Cabinet Shuffle Brakes High-Speed RailwayBy Anna Badkhen
Plans to start construction in less than two months on a $316 million high-speed railway between St. Petersburg and Moscow have suddenly been jeopardized by Russia's cabinet shuffle, and analysts say the project is most likely dead.
Representatives of RAO VSM, the company in charge of the project, insist that construction of the railway will start in less than two months, despite the fall from the government of former first vice prime minister Alexei Bolshakov.
Bolshakov, a native St. Petersburger, himself headed RAO VSM until he was invited to join the government last summer as the second-ranking minister after Prime Minister Viktor Chernomyrdin. With Bolshakov's appointment, the St. Petersburg-Moscow high-speed rail gathered momentum - despite opposition from a spectrum of forces, ranging from environmentalists to the governor of the central Russian Tver Oblast to the Culture Ministry.
Now the project's fate looks grim.
"[The idea to build the high-speed railway] will collapse any time now that [Bolshakov] has been deprived of his office. I bet you my arm, my leg, or even a more explicit part of my body," said Andrei Piontkowsky, director of the Moscow-based Center for Strategic Studies.
Although he abstained from betting any body parts, Nikolai Petrov, an analyst at the Carnegie Center in Moscow, agreed that the construction of the railway was now unlikely.
"At present, in the time of a financial crisis [in Russia], I am positive the construction of such a large-scale object will be either delayed [or], even more likely, canceled," Petrov said in a telephone interview Thursday.
However, officials of RAO VSM said the project was still on schedule.
"We don't anticipate any changes related [to Bolshakov's firing]," said Igor Kiselyov, one of the directors of RAO VSM, in a telephone interview Wednesday. "Everything is going as planned."
Should the high-speed railway be constructed, it would supplement the existing railway, which was built in the mid-19th century under the reign of Nikolai I.
Riding the high-speed rail, it would be possible to cover the distance of almost 900 kilometers between St. Petersburg and Moscow in two hours and 27 minutes, RAO VSM says. Regular trains average about six hours.
Construction of the high-speed railway was planned to start in May in St. Petersburg and to be completed by the year 2000, at an approximate cost of $316 million. According to Kiselyov, construction is to involve the Russian military-industrial complex. Stock in the railway was auctioned in 1991, and today the government holds 91 percent of the shares.
That means that even without Bolshakov, there are interests that will strive to see the railway built. The question is whether those interests, minus their leader, will still be able to convince the government to allocate the money.
"With the stock already sold and the military industry involved, of course they will fight for [their project]," Piontkowsky said. "It is all about their money."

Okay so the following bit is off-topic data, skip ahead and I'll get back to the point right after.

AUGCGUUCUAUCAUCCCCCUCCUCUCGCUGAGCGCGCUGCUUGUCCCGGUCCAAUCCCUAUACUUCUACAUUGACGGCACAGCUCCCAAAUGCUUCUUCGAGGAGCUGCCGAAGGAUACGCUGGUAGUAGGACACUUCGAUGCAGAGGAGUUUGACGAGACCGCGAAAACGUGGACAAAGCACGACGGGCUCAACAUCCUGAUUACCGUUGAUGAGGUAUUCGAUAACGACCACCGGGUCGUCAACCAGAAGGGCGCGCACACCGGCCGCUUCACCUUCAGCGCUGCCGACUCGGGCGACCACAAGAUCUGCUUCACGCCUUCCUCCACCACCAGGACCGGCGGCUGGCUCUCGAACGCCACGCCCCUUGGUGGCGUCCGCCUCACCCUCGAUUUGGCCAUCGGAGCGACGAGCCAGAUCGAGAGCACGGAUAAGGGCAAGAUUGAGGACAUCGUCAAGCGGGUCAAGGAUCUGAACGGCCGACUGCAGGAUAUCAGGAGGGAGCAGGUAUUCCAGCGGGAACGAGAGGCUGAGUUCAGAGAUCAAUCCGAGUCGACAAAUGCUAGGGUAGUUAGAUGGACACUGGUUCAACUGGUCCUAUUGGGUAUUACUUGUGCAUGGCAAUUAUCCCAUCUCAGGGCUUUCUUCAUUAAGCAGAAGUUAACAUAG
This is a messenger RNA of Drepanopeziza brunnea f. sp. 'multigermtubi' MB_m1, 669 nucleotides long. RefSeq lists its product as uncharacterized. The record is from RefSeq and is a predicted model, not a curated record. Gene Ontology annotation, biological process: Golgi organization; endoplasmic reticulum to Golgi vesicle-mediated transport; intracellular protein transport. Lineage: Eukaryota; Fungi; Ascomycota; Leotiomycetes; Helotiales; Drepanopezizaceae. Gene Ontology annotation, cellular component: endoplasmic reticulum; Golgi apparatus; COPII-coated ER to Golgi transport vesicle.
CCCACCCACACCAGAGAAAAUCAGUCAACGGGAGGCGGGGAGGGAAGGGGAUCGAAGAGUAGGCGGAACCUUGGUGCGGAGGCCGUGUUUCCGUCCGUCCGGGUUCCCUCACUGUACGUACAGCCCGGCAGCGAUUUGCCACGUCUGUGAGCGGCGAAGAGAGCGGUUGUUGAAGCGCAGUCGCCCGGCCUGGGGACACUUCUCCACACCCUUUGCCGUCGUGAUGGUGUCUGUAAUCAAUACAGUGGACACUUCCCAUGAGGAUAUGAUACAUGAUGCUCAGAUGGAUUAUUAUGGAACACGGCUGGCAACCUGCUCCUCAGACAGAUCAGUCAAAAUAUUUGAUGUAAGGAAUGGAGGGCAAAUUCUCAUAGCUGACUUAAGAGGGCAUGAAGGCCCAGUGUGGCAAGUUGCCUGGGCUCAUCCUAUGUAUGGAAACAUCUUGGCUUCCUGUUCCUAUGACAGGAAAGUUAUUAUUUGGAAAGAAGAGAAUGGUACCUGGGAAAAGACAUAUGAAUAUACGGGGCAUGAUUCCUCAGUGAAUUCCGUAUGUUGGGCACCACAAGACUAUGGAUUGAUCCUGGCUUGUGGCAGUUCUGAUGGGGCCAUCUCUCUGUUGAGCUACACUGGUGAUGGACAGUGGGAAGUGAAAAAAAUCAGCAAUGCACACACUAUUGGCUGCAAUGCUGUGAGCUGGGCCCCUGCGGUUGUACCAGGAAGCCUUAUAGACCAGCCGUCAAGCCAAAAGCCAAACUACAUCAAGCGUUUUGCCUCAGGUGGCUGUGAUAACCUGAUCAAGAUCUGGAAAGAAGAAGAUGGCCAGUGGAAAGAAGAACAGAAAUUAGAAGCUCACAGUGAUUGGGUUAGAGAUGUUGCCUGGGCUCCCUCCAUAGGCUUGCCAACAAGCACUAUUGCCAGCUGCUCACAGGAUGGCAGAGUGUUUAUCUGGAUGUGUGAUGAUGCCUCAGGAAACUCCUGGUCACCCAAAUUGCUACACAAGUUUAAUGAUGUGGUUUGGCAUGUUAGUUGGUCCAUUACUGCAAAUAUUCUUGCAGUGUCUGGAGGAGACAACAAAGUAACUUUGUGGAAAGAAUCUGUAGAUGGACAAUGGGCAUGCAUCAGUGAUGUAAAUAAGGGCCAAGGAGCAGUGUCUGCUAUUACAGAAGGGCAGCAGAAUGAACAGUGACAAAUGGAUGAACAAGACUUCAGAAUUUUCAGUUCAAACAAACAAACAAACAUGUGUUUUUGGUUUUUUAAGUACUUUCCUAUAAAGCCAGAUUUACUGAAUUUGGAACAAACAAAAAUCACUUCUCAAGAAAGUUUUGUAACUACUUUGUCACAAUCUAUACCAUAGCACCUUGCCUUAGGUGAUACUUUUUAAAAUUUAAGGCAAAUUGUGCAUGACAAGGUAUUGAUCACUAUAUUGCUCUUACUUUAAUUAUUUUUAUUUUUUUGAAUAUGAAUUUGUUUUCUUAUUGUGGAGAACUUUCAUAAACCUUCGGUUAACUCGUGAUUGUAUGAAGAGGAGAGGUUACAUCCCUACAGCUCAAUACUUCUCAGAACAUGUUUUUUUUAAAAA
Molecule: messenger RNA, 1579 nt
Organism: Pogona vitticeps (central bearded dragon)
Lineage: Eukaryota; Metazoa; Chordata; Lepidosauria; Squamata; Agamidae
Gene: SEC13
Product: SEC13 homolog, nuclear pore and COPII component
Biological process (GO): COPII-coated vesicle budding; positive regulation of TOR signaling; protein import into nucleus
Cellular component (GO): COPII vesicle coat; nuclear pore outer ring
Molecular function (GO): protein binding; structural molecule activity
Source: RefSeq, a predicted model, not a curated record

The idea of a high-speed railway has many opponents.
Part of the plan, for example, calls for building a 5.2-hectare train station complex next to the Moskovsky Train Station in historic downtown St. Petersburg. That would require destroying several tsarist-era buildings on Ligovsky Prospect - a fact that has alarmed the Culture Ministry, which has been trying to halt the project since last November.
According to the local daily newspaper Smena, RAO VSM's only response to queries from the Culture Ministry about the train station complex was a letter stating that "all the work is being done 'in accordance with the law.'"
Environmentalists have also opposed the railway, on grounds that building it parallel to the existing 19th-century railway lines would involve cutting down hectares and hectares of valuable forest in the Valdaisky National Park. Both the State Duma's Ecology Committee and the St. Petersburg Legislative Assembly's Ecological Commission have opposed the high-speed railway, and Tamara Zlotnikova, chairwoman of the Duma committee, has filed suit with the Russian Supreme Court to stop it. The Supreme Court this week refused to hear the case.
A newcomer to the ranks of the railway's critics is Vladimir Platov, governor of the Tver Oblast, which is located between St. Petersburg and Moscow. The high-speed railway, just like the existing railroads, would pass through Tver Oblast.
Two weeks ago Platov went public with criticism of the plan, saying he doubted it would earn federal funding and would thus probably be built in the end on foreign investment. The original plans called for letting regions like Tver Oblast own stretches of the railway on their territories, but Platov said he doubted that would still happen if foreign investors gained influence.
Kiselyov of RAO VSM said he was unconcerned by the criticism of either Platov or Zlotnikova or the Culture Ministry.
"[The construction of the] railway will reach Tver in about three years. That is when we'll discuss it with [Tver's government]," Kiselyov said. "Of course, there are political forces which are interested in the failure of the project, but it is a normal situation and one should not take [our opponents] seriously."
© 1997 St Petersburg Press
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